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1 hour ago, B35 via Church said:

Why are HEET's not more widespread?

IDK.. Probably has something to do with not wanting to get "hit" on the corner of law$uits av & co$t inefficiency street......

Sounds like a nice place, is Celino & Barnes 800-888-8888 included?

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2 hours ago, shiznit1987 said:

There's a very simple question burning in my mind:

 

Why didn't the MTA decide to go with HEETs as the default turnstile of choice? To me, it seems like the perfect solution: On the one hand, this reduces the need for more police/citizen interaction and on the other is nearly un-defeatable as a fare control mechanism. It's clear that the old broken windows model of policing is socially untenable...however the MTA cannot simply let the subway "be free" as it's not financially sustainable. 

 

 

I raised a similar concern in Subway Off-Topic. At this point, with all the dysfunction in the MTA, it's not a good standalone move. What needs to change is the guidance previously given by Cy Vance with regards to fare evasion, which is a blow to any attempt to curtail it. IMHO, I felt that service needed to be cut where fare evasion was most rampant (great business move, but advocacy groups will cry racist and poverty discrimination). Absent any radical intervention, y'all will suffer the same fate as St. Clare's.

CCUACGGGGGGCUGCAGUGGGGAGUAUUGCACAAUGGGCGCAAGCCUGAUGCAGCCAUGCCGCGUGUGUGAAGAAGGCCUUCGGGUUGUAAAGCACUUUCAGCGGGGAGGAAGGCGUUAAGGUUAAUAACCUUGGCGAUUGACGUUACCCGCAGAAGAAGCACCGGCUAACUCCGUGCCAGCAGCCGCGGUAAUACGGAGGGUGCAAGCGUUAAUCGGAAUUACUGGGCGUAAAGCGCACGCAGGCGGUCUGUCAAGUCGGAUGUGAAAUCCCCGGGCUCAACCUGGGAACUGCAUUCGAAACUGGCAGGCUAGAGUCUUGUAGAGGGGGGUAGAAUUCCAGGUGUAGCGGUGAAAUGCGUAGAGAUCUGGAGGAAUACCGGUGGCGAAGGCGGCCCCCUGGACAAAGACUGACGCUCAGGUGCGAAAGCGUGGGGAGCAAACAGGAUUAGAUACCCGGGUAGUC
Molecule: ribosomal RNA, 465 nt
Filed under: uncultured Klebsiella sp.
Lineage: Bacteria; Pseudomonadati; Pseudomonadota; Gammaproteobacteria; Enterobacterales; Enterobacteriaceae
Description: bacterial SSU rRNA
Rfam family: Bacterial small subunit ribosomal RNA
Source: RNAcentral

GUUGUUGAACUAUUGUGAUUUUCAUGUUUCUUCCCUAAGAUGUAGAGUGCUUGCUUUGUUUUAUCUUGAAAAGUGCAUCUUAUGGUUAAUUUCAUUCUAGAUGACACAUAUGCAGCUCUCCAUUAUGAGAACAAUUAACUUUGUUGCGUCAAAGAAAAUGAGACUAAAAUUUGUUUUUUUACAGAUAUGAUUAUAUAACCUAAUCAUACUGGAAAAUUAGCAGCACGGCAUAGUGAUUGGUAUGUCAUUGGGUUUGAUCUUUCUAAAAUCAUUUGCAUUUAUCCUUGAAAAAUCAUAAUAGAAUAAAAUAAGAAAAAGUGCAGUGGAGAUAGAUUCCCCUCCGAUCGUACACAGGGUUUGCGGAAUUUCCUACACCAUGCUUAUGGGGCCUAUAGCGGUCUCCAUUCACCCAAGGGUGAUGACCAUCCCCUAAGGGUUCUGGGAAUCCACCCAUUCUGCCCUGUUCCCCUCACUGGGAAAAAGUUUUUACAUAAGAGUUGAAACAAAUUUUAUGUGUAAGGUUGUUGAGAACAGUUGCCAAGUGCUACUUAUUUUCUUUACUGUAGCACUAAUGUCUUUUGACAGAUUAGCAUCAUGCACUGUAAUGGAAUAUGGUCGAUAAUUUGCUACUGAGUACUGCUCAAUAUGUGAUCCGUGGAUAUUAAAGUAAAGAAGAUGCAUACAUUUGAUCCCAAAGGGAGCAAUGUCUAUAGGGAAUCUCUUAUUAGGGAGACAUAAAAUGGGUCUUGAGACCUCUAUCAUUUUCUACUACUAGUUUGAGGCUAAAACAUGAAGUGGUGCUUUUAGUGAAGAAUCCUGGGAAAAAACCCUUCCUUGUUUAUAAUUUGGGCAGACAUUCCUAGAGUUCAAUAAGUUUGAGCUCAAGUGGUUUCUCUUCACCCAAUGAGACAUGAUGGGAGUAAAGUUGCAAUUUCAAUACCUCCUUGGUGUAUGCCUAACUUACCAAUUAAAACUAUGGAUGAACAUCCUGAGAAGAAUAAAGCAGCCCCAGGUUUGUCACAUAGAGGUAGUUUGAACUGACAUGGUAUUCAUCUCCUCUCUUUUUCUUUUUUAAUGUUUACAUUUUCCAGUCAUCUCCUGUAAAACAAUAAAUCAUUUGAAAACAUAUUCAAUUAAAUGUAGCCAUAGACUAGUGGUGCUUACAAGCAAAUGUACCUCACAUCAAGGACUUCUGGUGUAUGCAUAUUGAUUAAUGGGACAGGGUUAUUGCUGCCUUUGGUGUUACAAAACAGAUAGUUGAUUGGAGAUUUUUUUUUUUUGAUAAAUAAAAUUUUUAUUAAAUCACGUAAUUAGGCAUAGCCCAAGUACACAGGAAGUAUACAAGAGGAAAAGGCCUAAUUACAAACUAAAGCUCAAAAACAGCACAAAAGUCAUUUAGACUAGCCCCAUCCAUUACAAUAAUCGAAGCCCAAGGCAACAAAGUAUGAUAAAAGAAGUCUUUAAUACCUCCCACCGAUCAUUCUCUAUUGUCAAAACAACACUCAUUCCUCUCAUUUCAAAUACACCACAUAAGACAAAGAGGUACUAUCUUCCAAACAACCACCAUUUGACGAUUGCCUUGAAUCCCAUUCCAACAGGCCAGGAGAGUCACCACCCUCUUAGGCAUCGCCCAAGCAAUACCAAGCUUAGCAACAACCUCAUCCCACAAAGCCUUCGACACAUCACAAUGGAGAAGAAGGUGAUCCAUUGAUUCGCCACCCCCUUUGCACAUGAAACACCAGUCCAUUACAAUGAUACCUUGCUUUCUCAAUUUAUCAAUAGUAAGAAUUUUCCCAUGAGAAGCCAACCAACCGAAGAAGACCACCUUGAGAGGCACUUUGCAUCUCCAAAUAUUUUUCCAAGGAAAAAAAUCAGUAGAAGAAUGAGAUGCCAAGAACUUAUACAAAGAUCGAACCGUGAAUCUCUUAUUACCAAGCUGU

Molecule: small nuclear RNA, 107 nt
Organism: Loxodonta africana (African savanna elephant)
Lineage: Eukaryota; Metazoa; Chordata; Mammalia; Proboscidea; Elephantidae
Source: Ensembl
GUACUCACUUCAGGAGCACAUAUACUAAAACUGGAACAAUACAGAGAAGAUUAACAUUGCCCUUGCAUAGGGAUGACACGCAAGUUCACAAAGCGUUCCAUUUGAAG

Further, the management structure of the MTA makes it seem alien to both the city that depends on it and the suburbanites who are forced to fund it. Let's be frank - the MTA isn't going to get better. I see you guys going bankrupt in three years, tops.

Edited by MassTransitHonchkrow
some typos, context clues clarification

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My 2 home stations I use in Queens both had one or all HEET banks converted to regular turnstiles in the last 3-4 years. It was definitely a capacity issue, since they are both slower and people wont swipe until it stops spinning. 

To combat farebeating and maintain capacity/space, a London or San Francisco style gate should be considered as old turnstiles are replaced